The 43 WSI CID cases were eventually resolved as follows: 25 WSI participants refused to cooperate, 13 provided information but failed to support the allegations, and five could not be located. No criminal charges were filed as a result of any of the investigations. The individual CID case files, which had been available to the public beginning in 1994, were withdrawn from public access around 2003, when the National Archives realized that the documents should have been embargoed until the personal information they contained could be removed, or “redacted,” as required by the Privacy Act of 1974.”

    The “new” VIAW is being supported by the leaders from VVAW.

    “Organizers of the new IVAW tribunal, which is supported by several former VVAW leaders…” (from above link)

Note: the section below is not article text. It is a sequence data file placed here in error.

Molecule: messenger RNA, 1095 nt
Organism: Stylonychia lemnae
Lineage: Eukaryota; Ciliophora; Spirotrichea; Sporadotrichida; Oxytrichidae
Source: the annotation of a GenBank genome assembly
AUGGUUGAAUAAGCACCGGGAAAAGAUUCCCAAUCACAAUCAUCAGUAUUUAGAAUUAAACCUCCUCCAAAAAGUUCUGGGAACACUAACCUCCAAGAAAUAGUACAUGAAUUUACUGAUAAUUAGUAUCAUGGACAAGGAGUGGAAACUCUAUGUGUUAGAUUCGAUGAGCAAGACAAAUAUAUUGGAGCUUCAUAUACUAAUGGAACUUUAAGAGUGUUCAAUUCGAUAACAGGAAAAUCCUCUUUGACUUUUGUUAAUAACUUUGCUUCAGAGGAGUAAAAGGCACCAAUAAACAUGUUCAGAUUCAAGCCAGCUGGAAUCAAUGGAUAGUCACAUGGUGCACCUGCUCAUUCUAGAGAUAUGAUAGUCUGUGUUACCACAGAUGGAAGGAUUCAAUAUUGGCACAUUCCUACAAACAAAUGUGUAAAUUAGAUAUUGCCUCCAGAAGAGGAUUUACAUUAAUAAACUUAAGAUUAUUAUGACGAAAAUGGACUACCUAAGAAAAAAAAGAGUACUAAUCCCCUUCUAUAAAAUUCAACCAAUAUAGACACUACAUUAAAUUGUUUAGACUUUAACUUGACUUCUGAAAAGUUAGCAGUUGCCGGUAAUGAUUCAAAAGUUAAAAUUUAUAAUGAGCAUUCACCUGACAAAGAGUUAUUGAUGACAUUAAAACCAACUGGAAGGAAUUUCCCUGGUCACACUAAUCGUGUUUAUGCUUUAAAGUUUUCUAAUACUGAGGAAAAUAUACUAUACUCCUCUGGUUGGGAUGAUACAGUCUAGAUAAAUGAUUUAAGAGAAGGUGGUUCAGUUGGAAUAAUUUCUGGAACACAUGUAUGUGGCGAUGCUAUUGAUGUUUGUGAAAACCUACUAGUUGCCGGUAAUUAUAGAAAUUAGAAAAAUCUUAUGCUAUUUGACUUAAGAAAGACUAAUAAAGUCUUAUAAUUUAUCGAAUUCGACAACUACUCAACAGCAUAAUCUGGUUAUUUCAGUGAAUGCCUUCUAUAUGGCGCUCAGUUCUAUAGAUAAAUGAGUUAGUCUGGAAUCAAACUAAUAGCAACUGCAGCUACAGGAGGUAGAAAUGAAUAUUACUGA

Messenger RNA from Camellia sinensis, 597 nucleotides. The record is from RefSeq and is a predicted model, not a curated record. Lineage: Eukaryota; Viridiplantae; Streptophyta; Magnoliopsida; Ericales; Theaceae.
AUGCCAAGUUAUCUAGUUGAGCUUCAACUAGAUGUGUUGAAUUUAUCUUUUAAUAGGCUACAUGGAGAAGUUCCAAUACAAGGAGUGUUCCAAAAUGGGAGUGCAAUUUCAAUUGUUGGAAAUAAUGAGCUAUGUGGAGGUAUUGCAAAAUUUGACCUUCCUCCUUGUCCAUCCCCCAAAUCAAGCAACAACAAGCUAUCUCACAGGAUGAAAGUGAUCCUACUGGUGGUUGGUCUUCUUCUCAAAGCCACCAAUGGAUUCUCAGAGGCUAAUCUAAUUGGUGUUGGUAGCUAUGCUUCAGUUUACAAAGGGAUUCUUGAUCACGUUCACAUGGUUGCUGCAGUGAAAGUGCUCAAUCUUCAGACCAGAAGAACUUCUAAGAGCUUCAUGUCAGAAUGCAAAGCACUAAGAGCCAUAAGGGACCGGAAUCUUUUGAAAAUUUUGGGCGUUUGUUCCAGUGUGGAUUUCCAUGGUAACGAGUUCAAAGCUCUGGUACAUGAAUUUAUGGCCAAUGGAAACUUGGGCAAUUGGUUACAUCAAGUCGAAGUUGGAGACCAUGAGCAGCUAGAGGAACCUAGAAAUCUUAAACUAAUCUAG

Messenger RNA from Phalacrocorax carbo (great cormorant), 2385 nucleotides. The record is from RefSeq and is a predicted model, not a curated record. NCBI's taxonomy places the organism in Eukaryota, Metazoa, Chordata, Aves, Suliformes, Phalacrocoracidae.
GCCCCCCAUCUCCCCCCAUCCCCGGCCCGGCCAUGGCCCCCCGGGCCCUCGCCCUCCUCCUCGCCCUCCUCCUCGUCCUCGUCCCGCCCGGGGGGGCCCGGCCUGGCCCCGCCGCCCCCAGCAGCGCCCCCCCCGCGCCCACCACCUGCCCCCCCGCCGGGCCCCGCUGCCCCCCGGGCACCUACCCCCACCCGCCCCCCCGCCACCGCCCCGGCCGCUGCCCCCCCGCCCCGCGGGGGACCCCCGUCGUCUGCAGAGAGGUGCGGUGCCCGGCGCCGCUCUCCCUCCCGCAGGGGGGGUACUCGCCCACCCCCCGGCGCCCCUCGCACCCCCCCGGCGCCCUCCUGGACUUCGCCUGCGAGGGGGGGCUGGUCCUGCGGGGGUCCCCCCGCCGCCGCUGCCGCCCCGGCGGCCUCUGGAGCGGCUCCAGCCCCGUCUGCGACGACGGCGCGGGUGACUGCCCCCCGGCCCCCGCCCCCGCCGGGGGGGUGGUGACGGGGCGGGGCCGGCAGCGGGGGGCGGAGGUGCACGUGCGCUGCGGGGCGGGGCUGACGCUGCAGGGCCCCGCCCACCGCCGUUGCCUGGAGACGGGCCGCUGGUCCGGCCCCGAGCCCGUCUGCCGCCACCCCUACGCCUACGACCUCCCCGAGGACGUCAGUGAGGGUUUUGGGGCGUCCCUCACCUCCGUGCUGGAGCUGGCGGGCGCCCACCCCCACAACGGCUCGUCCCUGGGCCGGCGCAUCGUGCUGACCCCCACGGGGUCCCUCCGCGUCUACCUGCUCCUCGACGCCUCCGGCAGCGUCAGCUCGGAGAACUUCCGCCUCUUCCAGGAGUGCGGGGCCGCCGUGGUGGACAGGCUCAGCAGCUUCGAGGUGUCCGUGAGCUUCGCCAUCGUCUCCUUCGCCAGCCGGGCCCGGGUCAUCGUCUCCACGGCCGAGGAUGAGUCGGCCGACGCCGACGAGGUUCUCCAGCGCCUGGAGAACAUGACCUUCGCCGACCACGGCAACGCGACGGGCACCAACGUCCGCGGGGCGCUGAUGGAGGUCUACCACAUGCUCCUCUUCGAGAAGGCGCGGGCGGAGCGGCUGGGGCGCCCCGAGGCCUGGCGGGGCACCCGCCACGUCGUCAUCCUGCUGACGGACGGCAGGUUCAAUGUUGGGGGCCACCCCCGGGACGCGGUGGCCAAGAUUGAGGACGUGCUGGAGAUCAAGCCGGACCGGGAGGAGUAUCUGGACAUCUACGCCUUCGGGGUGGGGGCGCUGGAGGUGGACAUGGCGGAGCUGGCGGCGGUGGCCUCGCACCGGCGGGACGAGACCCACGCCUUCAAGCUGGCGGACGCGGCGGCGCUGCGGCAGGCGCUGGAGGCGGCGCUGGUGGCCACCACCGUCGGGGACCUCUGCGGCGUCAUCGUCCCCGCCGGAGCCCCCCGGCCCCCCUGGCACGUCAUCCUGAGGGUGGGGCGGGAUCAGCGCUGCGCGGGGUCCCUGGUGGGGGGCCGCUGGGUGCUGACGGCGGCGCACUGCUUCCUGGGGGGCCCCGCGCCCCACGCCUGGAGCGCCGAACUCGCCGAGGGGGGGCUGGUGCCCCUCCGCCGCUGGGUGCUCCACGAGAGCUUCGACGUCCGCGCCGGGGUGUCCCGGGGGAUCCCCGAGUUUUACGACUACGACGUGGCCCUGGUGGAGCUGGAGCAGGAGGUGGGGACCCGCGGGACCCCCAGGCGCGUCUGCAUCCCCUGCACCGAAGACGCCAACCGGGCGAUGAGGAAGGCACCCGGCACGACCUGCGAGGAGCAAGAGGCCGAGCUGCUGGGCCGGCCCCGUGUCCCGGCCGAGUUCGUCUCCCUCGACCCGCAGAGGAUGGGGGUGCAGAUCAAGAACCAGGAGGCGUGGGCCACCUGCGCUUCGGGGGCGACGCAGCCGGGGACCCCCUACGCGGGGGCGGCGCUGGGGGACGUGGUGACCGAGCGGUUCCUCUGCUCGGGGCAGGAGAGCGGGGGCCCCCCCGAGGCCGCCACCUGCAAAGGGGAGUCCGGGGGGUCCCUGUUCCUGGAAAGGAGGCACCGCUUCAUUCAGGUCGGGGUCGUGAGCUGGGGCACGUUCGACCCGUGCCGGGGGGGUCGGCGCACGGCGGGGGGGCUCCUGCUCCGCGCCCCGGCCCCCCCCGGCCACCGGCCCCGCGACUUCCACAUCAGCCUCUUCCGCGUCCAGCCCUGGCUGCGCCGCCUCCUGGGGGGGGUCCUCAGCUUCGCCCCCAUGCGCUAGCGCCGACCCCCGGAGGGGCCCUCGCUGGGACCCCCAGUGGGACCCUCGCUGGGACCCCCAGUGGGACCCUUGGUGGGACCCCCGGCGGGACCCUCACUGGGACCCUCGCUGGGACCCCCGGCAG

People like Hubbard the leader from VVAW who claimed he was a jet pilot during ‘Nam.

    “During the publicity generated by the April, 1971 anti-war protest march on Washington DC, Hubbard made claims during an interview that were later shown to be false. He was introduced on Meet the Press as a decorated Air Force captain who had spent two years in Vietnam. After receiving a tip that Hubbard was a sergeant and not a captain, NBC contacted Hubbard about the discrepancy. Hubbard admitted to lying about being an officer, and appeared on the Today Show the following morning. Frank Jordan, then Washington Bureau Chief of NBC News, recalls Hubbard’s explanation that “He was convinced no one would listen to a black man who was also an enlisted man.